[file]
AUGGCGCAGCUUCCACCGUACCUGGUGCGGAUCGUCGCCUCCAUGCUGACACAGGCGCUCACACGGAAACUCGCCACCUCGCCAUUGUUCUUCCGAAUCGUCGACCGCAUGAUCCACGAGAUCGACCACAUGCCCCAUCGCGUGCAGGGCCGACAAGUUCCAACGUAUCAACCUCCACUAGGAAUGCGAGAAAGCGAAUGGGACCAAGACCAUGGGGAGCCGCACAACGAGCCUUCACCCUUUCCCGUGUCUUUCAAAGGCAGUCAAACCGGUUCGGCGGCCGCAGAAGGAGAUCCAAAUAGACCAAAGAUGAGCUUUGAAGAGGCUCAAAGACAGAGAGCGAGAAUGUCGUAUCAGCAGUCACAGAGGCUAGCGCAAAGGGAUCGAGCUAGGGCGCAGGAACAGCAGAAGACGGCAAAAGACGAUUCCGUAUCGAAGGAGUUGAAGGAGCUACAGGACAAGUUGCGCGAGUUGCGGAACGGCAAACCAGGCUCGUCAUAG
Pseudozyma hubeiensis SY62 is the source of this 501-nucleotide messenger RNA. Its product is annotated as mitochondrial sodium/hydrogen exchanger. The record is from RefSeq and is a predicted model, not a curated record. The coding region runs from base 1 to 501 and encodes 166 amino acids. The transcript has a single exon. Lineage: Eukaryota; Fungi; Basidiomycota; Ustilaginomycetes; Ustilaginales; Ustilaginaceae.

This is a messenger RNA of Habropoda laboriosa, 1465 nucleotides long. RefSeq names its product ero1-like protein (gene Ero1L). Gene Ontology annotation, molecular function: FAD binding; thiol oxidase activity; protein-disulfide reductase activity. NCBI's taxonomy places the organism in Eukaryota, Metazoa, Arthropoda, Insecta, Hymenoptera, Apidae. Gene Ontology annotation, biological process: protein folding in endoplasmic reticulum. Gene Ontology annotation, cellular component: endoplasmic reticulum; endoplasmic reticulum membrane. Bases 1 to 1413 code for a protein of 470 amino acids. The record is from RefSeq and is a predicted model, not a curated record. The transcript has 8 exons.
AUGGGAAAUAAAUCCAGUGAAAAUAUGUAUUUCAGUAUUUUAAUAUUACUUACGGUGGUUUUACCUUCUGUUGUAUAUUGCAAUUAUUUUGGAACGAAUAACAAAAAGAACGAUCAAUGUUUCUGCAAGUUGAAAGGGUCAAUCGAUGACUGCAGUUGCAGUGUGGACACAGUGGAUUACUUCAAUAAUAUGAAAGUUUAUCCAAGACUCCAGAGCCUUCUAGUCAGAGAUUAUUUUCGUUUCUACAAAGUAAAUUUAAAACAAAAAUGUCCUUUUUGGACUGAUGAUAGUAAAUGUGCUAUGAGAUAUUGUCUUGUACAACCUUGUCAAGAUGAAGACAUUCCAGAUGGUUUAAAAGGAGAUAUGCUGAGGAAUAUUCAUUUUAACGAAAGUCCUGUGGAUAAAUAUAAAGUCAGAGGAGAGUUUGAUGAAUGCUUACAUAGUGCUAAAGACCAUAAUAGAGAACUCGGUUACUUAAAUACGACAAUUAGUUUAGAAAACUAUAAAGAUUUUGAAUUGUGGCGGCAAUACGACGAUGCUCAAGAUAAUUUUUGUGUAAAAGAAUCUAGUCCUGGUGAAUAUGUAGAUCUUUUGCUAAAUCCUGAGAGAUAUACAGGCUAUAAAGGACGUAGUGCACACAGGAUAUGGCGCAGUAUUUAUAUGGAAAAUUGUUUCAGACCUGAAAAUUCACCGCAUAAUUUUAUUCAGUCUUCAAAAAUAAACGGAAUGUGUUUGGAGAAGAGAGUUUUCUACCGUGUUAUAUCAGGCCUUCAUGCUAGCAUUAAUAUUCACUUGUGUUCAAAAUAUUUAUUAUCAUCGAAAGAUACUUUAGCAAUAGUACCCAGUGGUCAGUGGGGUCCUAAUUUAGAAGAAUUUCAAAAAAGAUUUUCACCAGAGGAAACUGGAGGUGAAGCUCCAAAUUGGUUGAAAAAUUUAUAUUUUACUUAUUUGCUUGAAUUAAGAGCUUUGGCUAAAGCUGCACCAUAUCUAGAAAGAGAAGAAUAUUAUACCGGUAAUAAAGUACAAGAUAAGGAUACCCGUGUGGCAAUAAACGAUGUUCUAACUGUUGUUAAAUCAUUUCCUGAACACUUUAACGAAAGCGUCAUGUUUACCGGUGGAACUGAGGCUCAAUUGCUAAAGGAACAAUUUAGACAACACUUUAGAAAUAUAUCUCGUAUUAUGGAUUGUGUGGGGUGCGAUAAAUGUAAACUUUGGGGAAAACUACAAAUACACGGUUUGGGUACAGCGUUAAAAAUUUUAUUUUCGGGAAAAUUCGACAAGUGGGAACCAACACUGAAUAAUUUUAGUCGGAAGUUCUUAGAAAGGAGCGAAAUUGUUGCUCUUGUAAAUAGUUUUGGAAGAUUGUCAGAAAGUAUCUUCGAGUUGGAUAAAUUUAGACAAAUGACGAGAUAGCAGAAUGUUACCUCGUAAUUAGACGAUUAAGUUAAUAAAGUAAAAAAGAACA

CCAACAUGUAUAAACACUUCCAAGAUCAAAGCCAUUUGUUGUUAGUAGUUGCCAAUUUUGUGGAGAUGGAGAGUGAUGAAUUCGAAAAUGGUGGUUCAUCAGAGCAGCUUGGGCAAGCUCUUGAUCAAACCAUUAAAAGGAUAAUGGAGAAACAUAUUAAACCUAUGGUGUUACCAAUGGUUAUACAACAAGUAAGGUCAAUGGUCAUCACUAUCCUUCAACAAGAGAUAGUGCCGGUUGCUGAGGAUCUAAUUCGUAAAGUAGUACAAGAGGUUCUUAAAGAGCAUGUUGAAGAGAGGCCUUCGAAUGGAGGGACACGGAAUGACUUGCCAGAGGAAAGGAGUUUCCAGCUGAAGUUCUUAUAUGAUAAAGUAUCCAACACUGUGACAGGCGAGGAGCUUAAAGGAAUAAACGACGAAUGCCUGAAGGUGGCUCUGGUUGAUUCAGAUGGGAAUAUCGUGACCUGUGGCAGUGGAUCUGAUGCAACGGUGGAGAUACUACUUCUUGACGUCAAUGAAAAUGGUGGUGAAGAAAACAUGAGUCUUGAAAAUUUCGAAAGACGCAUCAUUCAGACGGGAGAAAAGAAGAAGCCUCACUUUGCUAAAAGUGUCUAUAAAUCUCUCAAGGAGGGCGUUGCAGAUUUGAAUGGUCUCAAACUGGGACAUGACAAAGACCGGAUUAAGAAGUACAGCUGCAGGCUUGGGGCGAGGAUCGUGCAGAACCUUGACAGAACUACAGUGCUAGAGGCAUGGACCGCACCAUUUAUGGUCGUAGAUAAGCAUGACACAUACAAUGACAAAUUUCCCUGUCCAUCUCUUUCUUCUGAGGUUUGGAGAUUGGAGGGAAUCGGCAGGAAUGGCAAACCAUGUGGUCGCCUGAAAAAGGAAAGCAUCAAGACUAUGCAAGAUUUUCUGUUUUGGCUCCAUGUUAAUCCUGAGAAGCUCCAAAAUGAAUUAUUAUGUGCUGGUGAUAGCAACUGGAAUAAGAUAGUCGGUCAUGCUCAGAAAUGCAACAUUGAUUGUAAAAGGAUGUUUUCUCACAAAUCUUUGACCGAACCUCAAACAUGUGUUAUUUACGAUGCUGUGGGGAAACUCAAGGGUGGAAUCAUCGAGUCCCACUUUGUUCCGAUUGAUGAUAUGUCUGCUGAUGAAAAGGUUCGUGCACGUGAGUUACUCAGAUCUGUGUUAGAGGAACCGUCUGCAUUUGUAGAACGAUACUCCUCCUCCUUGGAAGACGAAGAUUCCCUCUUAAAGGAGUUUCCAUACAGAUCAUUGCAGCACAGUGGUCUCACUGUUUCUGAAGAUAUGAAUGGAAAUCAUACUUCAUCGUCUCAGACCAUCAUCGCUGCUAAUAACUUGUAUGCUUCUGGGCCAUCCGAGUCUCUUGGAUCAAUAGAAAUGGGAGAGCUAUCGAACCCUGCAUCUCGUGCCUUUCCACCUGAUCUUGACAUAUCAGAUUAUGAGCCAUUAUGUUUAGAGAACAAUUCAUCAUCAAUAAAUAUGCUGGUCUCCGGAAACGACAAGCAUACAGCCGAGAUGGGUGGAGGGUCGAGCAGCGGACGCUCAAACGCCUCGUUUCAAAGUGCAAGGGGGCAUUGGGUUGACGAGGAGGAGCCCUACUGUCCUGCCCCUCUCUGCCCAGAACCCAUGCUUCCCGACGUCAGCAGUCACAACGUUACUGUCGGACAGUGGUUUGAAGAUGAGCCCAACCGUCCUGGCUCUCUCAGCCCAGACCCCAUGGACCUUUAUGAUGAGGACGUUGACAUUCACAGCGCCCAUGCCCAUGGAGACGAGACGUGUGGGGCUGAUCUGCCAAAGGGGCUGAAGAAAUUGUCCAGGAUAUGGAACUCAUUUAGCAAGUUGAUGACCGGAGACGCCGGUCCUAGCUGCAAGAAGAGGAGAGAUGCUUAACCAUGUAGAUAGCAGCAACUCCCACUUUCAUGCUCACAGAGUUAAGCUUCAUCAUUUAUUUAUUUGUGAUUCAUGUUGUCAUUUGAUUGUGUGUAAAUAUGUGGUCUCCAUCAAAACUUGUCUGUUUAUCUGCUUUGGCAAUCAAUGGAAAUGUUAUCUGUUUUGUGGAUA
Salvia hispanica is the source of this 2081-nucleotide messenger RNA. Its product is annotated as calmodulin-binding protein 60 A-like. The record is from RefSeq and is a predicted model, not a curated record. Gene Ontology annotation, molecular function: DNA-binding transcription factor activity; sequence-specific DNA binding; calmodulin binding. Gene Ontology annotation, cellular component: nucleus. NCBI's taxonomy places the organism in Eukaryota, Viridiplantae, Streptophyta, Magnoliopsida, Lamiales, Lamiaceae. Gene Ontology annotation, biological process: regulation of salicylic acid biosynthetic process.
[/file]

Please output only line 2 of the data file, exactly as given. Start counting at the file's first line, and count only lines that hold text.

Pseudozyma hubeiensis SY62 is the source of this 501-nucleotide messenger RNA. Its product is annotated as mitochondrial sodium/hydrogen exchanger. The record is from RefSeq and is a predicted model, not a curated record. The coding region runs from base 1 to 501 and encodes 166 amino acids. The transcript has a single exon. Lineage: Eukaryota; Fungi; Basidiomycota; Ustilaginomycetes; Ustilaginales; Ustilaginaceae.